This article will give you the science behind why coffee makes you nauseous. Read it for tips on how to prevent nausea when drinking coffee.
A day without coffee is unthinkable for many people. Millions of people enjoy the popular beverage for its rich flavor and ability to boost energy levels, but it does have some potential side effects.
What gives coffee its distinctive flavors? The acids can also make you feel nauseous after drinking a cup. Here’s why you might feel nauseous after drinking coffee and what you can do about it.
The Real Reasons why Coffee Make you Nauseous
Here are the shocking reasons why coffee makes you nauseous. Kindly study them carefully:
1. You Have Acid Reflux
Most coffees’ pHs range from 4.85 to 5.10, which is on the acidic side of the pH scale, according to an October 2018 study in Scientific Reports.
The stomach is an already acidic environment, and because caffeinated coffee also contains acids, this increases the acidity in the stomach, which can cause tummy troubles.
These acids can speed up the digestion of food, which is why some people feel the urgent need to use the restroom after drinking coffee.
The acid content in coffee can cause gastrointestinal symptoms like heartburn, acid reflux, and bloat, according to Cleveland Clinic.
These symptoms are caused by stomach acid becoming backed up in the esophagus (and are usually caused by highly acidic foods and drinks like coffee), according to Cedars-Sinai.
“For those who have acid reflux, drinking coffee might actually make you nauseous,” says registered dietitian Marie Spano, RD, CSCS.
Because coffee can trigger acid reflux, those who experience chronic acid reflux (aka gastroesophageal reflux disease or GERD) may be more prone to nausea after drinking coffee.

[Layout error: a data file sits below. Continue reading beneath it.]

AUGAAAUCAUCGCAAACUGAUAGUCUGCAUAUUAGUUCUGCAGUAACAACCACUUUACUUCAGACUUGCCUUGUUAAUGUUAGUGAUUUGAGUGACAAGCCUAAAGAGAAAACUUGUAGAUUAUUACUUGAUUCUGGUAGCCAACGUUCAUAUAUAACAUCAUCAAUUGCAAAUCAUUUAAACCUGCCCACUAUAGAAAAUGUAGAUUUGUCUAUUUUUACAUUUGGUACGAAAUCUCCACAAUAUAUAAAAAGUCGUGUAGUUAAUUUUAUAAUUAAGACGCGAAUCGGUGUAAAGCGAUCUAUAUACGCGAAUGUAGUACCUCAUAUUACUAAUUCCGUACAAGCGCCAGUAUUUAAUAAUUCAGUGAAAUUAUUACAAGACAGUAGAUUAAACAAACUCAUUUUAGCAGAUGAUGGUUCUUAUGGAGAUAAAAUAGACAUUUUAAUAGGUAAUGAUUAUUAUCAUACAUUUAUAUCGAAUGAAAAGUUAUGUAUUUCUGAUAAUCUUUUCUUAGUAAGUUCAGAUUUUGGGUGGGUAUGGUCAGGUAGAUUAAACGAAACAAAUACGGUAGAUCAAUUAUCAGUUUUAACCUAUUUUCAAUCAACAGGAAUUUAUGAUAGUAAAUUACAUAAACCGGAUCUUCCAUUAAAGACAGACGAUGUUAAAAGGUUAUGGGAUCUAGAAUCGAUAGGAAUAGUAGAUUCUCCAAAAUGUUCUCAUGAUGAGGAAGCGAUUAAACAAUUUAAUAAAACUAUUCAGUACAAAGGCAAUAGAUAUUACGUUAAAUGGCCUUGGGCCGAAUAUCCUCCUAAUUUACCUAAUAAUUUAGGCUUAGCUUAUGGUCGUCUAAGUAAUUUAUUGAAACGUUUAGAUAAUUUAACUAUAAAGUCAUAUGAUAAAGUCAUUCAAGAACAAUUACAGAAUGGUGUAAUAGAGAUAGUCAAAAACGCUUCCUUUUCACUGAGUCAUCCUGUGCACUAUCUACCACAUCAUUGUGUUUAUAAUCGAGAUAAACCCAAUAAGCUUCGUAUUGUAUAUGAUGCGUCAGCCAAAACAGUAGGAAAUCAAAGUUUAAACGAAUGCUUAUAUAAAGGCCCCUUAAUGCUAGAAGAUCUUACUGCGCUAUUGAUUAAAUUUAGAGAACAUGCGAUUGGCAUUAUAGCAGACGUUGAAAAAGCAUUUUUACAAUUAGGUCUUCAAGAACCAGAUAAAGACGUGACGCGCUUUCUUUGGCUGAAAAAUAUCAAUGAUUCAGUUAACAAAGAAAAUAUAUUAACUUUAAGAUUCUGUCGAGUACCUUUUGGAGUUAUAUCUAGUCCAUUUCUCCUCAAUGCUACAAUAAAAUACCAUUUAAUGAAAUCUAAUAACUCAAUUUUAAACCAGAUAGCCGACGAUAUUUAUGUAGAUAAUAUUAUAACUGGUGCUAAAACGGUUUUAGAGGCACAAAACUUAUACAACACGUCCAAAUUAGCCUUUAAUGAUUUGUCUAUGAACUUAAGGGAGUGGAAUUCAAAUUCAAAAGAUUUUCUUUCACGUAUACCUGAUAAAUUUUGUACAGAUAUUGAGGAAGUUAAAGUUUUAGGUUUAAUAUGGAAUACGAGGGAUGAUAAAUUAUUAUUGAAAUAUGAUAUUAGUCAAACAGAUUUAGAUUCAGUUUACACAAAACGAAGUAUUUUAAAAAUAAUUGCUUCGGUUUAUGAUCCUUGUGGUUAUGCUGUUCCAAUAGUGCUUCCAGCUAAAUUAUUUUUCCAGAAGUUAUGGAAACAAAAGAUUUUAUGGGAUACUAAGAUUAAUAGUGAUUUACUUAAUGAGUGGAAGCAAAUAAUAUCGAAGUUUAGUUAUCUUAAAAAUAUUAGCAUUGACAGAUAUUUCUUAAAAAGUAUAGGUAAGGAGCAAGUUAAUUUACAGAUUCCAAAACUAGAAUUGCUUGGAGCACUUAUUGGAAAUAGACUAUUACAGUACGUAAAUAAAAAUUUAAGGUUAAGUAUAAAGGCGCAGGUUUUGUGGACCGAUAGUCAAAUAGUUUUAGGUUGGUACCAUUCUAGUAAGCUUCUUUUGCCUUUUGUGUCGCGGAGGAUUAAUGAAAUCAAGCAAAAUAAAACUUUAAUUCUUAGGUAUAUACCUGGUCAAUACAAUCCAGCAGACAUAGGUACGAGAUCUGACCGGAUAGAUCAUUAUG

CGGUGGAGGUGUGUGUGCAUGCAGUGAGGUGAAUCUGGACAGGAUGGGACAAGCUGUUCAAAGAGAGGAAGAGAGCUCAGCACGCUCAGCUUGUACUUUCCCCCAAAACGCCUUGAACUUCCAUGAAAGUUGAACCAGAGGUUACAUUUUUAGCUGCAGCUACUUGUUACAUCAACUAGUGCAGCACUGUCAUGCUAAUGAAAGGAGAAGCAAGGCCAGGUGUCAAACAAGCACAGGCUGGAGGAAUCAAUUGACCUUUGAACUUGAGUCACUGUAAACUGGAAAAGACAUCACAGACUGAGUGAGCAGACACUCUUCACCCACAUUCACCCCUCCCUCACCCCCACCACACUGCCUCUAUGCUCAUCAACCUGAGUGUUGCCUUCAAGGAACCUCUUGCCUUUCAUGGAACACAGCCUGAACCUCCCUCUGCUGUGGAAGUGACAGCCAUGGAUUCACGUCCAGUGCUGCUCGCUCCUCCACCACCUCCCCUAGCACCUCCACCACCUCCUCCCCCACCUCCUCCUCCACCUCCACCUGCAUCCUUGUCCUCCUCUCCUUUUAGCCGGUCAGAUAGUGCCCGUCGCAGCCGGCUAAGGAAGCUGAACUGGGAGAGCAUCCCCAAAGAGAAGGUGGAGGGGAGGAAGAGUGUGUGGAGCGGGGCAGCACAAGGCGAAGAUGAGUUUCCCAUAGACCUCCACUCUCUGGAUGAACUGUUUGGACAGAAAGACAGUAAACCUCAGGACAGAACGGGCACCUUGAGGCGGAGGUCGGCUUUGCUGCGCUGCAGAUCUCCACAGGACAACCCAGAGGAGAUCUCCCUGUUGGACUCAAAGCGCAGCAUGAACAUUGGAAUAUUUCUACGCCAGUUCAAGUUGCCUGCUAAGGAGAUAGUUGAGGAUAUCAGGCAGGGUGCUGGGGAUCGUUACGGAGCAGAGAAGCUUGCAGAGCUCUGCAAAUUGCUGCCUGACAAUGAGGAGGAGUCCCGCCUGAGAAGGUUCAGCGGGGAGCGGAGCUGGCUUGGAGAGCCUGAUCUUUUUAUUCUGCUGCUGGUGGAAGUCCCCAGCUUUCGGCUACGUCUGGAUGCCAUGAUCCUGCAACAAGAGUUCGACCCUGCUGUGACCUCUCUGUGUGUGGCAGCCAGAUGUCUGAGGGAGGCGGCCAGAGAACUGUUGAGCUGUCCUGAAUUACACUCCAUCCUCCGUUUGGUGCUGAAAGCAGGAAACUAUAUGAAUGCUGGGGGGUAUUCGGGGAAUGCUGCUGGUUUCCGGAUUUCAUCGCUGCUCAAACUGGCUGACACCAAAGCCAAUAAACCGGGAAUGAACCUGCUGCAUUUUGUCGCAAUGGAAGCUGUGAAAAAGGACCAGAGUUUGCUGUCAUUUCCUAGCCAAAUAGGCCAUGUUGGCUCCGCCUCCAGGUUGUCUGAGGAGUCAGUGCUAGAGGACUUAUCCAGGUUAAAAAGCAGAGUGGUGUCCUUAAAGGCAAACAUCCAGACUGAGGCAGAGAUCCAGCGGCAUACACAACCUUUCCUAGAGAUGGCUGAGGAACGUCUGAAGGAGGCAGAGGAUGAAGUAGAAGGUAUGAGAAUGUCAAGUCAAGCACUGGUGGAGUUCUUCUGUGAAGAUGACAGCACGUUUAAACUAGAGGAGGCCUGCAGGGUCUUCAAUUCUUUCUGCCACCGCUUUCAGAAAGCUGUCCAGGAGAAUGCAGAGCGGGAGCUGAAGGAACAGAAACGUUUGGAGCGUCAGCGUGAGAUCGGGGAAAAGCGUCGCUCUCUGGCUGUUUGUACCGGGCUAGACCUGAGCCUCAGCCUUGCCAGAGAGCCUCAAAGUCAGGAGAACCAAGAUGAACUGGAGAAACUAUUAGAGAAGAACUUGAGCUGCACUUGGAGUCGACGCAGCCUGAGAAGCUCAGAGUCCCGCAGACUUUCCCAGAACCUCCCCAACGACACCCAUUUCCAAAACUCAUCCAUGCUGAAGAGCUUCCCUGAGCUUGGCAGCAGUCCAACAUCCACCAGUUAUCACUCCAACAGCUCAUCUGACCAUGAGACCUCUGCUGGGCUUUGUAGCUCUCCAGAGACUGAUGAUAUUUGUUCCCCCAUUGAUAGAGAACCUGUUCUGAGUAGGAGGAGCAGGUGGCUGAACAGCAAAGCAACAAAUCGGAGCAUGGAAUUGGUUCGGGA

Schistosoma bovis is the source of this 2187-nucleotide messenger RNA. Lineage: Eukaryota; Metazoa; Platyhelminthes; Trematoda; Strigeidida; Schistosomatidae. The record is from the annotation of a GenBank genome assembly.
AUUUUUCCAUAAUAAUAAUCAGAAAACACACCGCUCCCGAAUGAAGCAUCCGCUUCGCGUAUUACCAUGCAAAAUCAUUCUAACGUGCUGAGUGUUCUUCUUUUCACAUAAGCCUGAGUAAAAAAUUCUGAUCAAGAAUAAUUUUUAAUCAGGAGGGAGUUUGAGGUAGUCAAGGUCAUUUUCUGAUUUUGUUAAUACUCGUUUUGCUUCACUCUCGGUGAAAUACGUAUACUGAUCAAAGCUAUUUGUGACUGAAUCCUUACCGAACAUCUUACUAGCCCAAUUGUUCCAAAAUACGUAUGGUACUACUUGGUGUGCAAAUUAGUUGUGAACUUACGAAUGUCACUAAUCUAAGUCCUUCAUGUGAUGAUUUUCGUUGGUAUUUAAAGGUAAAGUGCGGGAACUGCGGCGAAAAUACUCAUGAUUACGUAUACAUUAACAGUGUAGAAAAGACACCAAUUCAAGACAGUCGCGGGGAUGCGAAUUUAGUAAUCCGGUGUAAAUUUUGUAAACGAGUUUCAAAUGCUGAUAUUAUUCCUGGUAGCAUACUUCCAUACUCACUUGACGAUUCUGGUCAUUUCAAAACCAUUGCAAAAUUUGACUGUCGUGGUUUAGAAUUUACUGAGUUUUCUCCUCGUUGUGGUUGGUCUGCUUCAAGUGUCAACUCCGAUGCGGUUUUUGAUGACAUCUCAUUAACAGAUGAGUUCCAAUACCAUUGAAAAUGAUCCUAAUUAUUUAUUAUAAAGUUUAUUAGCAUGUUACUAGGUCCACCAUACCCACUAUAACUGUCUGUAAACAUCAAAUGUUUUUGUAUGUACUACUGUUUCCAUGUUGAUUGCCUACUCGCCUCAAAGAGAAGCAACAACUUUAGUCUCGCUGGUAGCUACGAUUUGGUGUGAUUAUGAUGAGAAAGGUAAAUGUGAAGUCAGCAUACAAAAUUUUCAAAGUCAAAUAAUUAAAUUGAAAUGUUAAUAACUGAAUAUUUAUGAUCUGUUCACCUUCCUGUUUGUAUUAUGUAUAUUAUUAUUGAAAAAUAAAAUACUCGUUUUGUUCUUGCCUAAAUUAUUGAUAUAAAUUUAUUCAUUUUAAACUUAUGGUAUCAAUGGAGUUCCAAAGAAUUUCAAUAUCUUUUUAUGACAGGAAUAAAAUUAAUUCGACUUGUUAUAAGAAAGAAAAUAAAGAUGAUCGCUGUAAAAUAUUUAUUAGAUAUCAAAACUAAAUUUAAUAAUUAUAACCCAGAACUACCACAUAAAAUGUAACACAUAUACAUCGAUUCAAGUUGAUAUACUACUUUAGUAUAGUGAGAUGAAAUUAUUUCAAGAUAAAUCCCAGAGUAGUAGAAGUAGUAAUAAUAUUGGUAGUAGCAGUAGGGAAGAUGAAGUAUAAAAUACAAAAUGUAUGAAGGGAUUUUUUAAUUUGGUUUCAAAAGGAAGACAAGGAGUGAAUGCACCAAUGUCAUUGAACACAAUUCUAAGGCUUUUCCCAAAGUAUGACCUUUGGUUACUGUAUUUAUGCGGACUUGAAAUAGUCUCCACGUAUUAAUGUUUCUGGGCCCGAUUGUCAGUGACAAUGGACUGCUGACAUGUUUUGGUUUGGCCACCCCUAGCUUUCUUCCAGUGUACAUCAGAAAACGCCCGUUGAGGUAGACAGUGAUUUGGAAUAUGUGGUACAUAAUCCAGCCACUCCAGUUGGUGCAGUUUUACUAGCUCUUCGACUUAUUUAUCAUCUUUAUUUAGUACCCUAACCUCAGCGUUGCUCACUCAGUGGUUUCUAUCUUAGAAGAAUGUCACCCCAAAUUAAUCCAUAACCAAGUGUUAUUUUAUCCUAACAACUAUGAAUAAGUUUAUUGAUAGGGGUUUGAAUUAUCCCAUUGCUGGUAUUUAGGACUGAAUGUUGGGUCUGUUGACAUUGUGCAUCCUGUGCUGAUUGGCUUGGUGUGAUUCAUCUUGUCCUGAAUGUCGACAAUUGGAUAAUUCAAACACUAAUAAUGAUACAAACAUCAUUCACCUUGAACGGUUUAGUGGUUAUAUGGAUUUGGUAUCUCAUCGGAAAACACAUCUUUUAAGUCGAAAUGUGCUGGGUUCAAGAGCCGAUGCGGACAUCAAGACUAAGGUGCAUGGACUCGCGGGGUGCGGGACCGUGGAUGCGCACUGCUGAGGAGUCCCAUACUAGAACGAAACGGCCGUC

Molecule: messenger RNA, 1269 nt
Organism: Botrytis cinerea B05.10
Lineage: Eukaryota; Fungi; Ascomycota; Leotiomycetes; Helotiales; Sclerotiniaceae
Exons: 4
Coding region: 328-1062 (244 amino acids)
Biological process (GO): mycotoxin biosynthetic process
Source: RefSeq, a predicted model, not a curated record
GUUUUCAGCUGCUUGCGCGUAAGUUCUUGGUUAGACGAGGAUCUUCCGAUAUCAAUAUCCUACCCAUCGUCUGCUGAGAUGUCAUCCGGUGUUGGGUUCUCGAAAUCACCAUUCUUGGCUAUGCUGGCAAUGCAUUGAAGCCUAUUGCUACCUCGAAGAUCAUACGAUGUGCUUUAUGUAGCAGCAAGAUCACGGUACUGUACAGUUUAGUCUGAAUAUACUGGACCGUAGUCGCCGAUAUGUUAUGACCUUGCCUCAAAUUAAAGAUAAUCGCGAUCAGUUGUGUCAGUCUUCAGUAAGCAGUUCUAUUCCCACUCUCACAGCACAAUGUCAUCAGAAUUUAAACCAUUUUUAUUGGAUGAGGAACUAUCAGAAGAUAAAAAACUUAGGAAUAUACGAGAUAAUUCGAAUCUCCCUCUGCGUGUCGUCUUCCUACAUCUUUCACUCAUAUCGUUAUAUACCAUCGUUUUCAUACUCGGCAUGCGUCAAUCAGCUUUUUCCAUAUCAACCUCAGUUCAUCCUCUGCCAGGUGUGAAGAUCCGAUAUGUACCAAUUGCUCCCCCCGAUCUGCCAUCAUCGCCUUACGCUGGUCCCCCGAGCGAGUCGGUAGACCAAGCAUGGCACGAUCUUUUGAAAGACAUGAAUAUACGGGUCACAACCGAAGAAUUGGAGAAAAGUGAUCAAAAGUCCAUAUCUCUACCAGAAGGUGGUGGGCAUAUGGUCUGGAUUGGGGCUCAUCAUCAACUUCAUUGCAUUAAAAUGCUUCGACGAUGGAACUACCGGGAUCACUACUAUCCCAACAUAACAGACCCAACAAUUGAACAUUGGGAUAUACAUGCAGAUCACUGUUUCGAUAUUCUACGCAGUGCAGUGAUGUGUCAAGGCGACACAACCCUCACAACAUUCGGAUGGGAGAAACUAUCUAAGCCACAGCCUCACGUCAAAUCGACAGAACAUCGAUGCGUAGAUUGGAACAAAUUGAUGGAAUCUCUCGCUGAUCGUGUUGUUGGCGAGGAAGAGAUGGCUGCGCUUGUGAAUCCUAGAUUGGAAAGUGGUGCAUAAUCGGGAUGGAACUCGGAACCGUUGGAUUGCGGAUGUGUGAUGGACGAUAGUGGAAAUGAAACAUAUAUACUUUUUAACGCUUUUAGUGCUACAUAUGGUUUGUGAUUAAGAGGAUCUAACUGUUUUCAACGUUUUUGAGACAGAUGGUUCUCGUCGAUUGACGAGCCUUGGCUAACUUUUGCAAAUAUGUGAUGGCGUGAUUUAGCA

2. You Drink Coffee on an Empty Stomach
Many people head straight to the coffee pot in the morning, pouring themselves a cup before they’ve even had breakfast, and this could be a culprit of your coffee-induced nausea.
Some people may even feel the urge to vomit after drinking coffee on an empty stomach.
“Coffee is highly acidic when poured on an empty stomach, which could irritate your stomach lining that may result in nausea in some people,” says registered dietitian-nutritionist Mehak Naeem, RDN.
The acidity of coffee alone isn’t to blame. The caffeine in coffee is a stimulant, which could also play a role.
Caffeine stimulates gastric acid secretion, a digestive fluid that helps break down food, according to a July 2017 study in Proceedings of the National Academy of Sciences of the United States of America.
“It stimulates the release of gastrin that results in abdominal distress when produced in excess amounts. It also makes you feel nauseated. So before you drink coffee, eat some food,” Naeem says.
3. You’re on Certain Medications
Nausea is a common side effect of some medications and their interactions with the caffeine in coffee.
These can include antibacterial drugs (like Cipro), some antidepressants (like MAOIs), and asthma drugs (like albuterol and theophylline), per AARP.
“Nausea is one of many possible side effects of a caffeine-medication interaction,” says registered dietitian and clinical herbalist Jenna Volpe, RDN, LD.
“People should always make sure to check the labels carefully when taking any medications to avoid food-drug interactions.”
How do you get Rid of Nausea from Coffee?
Yes, caffeine may worsen nausea by stimulating the gastrointestinal tract and increasing stomach acid levels.
Caffeine can also cause side effects such as jitters and an upset stomach. The best option is to avoid consuming any caffeinated product until you feel better.
Can Nausea be Caused by Coffee?
Yes. It can be caused by anything high in caffeine, including coffee, chocolate, and some prescribed medications.
Does Caffeine Worsen Nausea?
Yes. Caffeine stimulates the nervous system by opposing the activities of acetylcholine and prostaglandin, which may result in nausea and headaches.
Caffeine is a diuretic, which means that it promotes the excretion of water from your body in some way. A diuretic draws water from the blood and into the digestive system, which can exacerbate nausea.